Late afternoon I arrived in Philadelphia, where I did a first quick Sightseeing tour already providing a basic impression of the city.

US East Coast 2014 – Newport, Providence, Mystic

Today I spent most of the time in Newport, which provides quite a lot of sights mainly in shape of mansions. I started in the morning by walking the historic centre and then the cliff walk that runs along the Eastern coast line of the city and provides beautiful views on the ocean and on backyards of mansions. On the way back, I walked along Bellevue Avenue, where most of the historic mansions that are open to the public are located. I managed to see four of them from inside, and they were fascinatingly big and pompous as imagined. After the extensive walking, I also drove the “Ten Mail Ocean Drive” providing even more views on the ocean and further mansions on the rest of the area that is better reached by car.

The rest of the day I was only able to do shorter stops: first in Providence mostly for the Rhode Island State Capitol with one of the largest domes in the world. Second in Mystic with the historic seaport theme park (closed already for the day) and the nice town centre with the historic draw bridge. Third in Foxwoods Casino, a huge mall and entertainment centre with multiple casinos, shops, restaurants, shows and cinemas located in a native american reservation.

US East Coast 2014 – Plimoth Plantation, Cape Cod

After two short morning visits in the cities Concord and Manchester (New Hampshire), I continued my journey south of Boston in Plymouth and the Plimoth Plantation. Highlights were of course the replica of the Mayflower and the open-air museum of the first settlement of the “pilgrim fathers”.nued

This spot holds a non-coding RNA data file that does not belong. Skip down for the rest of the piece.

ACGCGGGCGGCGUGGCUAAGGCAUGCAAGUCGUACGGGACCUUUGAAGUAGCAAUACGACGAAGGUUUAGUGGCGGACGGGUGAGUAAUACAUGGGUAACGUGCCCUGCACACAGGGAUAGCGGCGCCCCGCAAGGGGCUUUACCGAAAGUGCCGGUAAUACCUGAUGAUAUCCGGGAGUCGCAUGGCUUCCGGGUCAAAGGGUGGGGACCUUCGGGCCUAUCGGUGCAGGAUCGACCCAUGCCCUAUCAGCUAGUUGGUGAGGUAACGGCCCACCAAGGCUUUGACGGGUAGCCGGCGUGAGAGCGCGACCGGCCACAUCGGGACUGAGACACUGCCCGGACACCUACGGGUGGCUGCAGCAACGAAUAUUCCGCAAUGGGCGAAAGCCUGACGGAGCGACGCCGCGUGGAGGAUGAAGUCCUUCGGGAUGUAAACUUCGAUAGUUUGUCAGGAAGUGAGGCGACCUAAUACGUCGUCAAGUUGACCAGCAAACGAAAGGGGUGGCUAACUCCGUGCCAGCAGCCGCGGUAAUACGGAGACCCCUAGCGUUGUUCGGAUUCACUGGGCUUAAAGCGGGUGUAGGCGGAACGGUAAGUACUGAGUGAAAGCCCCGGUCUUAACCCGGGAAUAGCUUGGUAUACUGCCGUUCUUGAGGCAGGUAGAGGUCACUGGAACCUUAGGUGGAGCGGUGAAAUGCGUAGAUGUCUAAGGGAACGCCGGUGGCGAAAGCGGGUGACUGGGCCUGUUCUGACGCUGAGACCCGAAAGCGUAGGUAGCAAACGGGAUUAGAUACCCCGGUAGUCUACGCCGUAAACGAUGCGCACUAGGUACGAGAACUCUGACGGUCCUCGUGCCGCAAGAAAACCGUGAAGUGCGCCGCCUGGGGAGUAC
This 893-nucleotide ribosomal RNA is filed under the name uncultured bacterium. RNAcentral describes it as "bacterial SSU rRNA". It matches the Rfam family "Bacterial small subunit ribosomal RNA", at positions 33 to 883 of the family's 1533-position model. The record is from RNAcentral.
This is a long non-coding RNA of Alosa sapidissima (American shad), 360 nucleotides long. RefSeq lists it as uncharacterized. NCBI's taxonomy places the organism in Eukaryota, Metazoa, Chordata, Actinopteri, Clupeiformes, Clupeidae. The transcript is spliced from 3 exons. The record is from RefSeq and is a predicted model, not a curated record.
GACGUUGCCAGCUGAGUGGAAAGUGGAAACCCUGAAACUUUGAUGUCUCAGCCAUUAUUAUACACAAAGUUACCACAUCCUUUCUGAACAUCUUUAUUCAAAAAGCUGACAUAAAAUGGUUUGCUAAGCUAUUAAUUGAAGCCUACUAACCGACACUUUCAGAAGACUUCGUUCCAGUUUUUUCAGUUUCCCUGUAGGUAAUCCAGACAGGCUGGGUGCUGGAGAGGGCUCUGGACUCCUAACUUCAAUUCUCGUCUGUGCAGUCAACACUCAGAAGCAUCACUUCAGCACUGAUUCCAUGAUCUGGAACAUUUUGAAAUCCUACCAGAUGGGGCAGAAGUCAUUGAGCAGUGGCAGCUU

Next target was Cape Cod, a peninsula shaped like a mirrored
“L” that is a frequent leisure and vacation area as well as number one Cranberry producing region. After a stop at the Heritage Museum and Garden near Sandwich, I followed the route on the peninsula until the end near Provincetown. Driving took much longer than expected, so I had to quit the last third of the tour when it got dark. Besides the usual sightseeing while driving, I stopped at Pilgrims Heights, Provincetown centre, Marconi Beach and Nauset Lighthouse.

US East Coast 2014 – Acadia National Park, White Mountains

Along the northern coast, I made my way from Portland/ME to Acadia National Park following Route/Highway 1. After short stops in Portland for the historic Harbour district and the Eastern Promenade walk, Bath for the Maine Maritime Museum&Shipyard and Fort Knox with the Bridge observatory overlooking Penobscot Bay, I arrived in the national park on Mount Desert Island in the afternoon. This was just the right time to use the remaining daylight to drive the Park Loop Road and up to Cadillac Mountain, stopping for sights and short walks at various interesting spots.


I stayed overnight near the Park, so I could spend some more time on the island in the morning, walking around the main town Bar Habor, viewing Eagle Lake from various spots and driving to Bass Harbor Lighthouse at the very south of the island. After that, I had to take the long journey back towards Boston, using the interiour route on Highway 2 eventually leading to the White Mountains with Mount Washington. It was already afternoon when I got there, and too late for the cog railway climbing Mount Washington. So I had to stick to sightseeing by driving through the mountain area. In the evening, short stops in Weirs Beach at Lake Winnipesaukee and the Canterbury Shaker Village made the ride to my accomodation in Concord (this time the one in New Hampshire) more interesting.